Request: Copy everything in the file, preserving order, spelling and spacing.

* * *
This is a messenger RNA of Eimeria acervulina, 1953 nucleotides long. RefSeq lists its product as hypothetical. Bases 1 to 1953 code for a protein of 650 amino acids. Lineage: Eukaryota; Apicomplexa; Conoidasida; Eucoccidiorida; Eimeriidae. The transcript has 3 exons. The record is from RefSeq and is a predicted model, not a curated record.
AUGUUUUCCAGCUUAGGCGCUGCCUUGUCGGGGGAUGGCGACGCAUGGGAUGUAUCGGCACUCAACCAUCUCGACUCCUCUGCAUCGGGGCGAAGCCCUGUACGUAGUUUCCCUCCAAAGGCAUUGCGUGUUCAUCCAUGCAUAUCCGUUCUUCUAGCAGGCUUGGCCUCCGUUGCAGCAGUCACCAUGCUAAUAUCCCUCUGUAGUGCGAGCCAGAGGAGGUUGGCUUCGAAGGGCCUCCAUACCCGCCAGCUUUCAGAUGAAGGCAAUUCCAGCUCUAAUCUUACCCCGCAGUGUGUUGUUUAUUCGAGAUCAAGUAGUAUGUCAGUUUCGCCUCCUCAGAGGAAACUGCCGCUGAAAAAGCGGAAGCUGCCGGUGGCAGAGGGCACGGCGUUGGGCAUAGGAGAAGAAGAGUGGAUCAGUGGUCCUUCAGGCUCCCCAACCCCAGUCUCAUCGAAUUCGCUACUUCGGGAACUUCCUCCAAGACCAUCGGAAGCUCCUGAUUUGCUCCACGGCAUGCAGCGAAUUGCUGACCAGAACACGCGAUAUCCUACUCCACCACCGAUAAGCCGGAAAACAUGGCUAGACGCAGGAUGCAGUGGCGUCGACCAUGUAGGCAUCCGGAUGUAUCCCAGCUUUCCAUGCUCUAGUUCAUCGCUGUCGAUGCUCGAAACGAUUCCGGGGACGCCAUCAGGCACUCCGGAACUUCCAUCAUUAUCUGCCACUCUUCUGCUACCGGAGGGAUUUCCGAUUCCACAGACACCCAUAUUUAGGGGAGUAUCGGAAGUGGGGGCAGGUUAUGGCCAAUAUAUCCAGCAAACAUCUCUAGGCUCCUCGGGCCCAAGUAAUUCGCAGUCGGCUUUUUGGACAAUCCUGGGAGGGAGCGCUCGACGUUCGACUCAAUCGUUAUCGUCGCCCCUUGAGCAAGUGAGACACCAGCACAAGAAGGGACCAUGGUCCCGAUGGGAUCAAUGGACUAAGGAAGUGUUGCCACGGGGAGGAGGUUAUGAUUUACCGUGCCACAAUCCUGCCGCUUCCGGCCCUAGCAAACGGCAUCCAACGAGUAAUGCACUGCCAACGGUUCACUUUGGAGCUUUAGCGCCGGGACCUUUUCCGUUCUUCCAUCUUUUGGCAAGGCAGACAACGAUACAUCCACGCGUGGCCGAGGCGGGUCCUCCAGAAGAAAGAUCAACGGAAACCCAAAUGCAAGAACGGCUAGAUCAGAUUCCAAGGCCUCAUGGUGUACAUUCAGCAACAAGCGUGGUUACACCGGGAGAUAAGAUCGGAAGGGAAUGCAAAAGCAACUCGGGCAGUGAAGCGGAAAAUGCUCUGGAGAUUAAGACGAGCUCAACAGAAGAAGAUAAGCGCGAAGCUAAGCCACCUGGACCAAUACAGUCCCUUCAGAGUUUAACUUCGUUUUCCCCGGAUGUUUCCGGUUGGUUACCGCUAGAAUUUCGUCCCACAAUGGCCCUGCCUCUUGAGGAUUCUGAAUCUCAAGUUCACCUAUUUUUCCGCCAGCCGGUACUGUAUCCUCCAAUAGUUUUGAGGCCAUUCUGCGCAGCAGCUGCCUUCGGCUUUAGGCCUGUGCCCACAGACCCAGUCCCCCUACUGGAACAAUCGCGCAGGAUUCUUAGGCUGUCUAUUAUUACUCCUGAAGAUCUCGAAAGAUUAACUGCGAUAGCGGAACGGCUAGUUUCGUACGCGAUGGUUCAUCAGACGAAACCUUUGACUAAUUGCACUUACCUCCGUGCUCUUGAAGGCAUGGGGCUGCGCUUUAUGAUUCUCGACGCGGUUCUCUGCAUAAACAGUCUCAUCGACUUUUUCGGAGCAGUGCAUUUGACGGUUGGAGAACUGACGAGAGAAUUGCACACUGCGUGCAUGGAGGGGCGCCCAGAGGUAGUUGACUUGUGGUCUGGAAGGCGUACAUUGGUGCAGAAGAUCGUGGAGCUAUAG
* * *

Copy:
This is a messenger RNA of Eimeria acervulina, 1953 nucleotides long. RefSeq lists its product as hypothetical. Bases 1 to 1953 code for a protein of 650 amino acids. Lineage: Eukaryota; Apicomplexa; Conoidasida; Eucoccidiorida; Eimeriidae. The transcript has 3 exons. The record is from RefSeq and is a predicted model, not a curated record.
AUGUUUUCCAGCUUAGGCGCUGCCUUGUCGGGGGAUGGCGACGCAUGGGAUGUAUCGGCACUCAACCAUCUCGACUCCUCUGCAUCGGGGCGAAGCCCUGUACGUAGUUUCCCUCCAAAGGCAUUGCGUGUUCAUCCAUGCAUAUCCGUUCUUCUAGCAGGCUUGGCCUCCGUUGCAGCAGUCACCAUGCUAAUAUCCCUCUGUAGUGCGAGCCAGAGGAGGUUGGCUUCGAAGGGCCUCCAUACCCGCCAGCUUUCAGAUGAAGGCAAUUCCAGCUCUAAUCUUACCCCGCAGUGUGUUGUUUAUUCGAGAUCAAGUAGUAUGUCAGUUUCGCCUCCUCAGAGGAAACUGCCGCUGAAAAAGCGGAAGCUGCCGGUGGCAGAGGGCACGGCGUUGGGCAUAGGAGAAGAAGAGUGGAUCAGUGGUCCUUCAGGCUCCCCAACCCCAGUCUCAUCGAAUUCGCUACUUCGGGAACUUCCUCCAAGACCAUCGGAAGCUCCUGAUUUGCUCCACGGCAUGCAGCGAAUUGCUGACCAGAACACGCGAUAUCCUACUCCACCACCGAUAAGCCGGAAAACAUGGCUAGACGCAGGAUGCAGUGGCGUCGACCAUGUAGGCAUCCGGAUGUAUCCCAGCUUUCCAUGCUCUAGUUCAUCGCUGUCGAUGCUCGAAACGAUUCCGGGGACGCCAUCAGGCACUCCGGAACUUCCAUCAUUAUCUGCCACUCUUCUGCUACCGGAGGGAUUUCCGAUUCCACAGACACCCAUAUUUAGGGGAGUAUCGGAAGUGGGGGCAGGUUAUGGCCAAUAUAUCCAGCAAACAUCUCUAGGCUCCUCGGGCCCAAGUAAUUCGCAGUCGGCUUUUUGGACAAUCCUGGGAGGGAGCGCUCGACGUUCGACUCAAUCGUUAUCGUCGCCCCUUGAGCAAGUGAGACACCAGCACAAGAAGGGACCAUGGUCCCGAUGGGAUCAAUGGACUAAGGAAGUGUUGCCACGGGGAGGAGGUUAUGAUUUACCGUGCCACAAUCCUGCCGCUUCCGGCCCUAGCAAACGGCAUCCAACGAGUAAUGCACUGCCAACGGUUCACUUUGGAGCUUUAGCGCCGGGACCUUUUCCGUUCUUCCAUCUUUUGGCAAGGCAGACAACGAUACAUCCACGCGUGGCCGAGGCGGGUCCUCCAGAAGAAAGAUCAACGGAAACCCAAAUGCAAGAACGGCUAGAUCAGAUUCCAAGGCCUCAUGGUGUACAUUCAGCAACAAGCGUGGUUACACCGGGAGAUAAGAUCGGAAGGGAAUGCAAAAGCAACUCGGGCAGUGAAGCGGAAAAUGCUCUGGAGAUUAAGACGAGCUCAACAGAAGAAGAUAAGCGCGAAGCUAAGCCACCUGGACCAAUACAGUCCCUUCAGAGUUUAACUUCGUUUUCCCCGGAUGUUUCCGGUUGGUUACCGCUAGAAUUUCGUCCCACAAUGGCCCUGCCUCUUGAGGAUUCUGAAUCUCAAGUUCACCUAUUUUUCCGCCAGCCGGUACUGUAUCCUCCAAUAGUUUUGAGGCCAUUCUGCGCAGCAGCUGCCUUCGGCUUUAGGCCUGUGCCCACAGACCCAGUCCCCCUACUGGAACAAUCGCGCAGGAUUCUUAGGCUGUCUAUUAUUACUCCUGAAGAUCUCGAAAGAUUAACUGCGAUAGCGGAACGGCUAGUUUCGUACGCGAUGGUUCAUCAGACGAAACCUUUGACUAAUUGCACUUACCUCCGUGCUCUUGAAGGCAUGGGGCUGCGCUUUAUGAUUCUCGACGCGGUUCUCUGCAUAAACAGUCUCAUCGACUUUUUCGGAGCAGUGCAUUUGACGGUUGGAGAACUGACGAGAGAAUUGCACACUGCGUGCAUGGAGGGGCGCCCAGAGGUAGUUGACUUGUGGUCUGGAAGGCGUACAUUGGUGCAGAAGAUCGUGGAGCUAUAG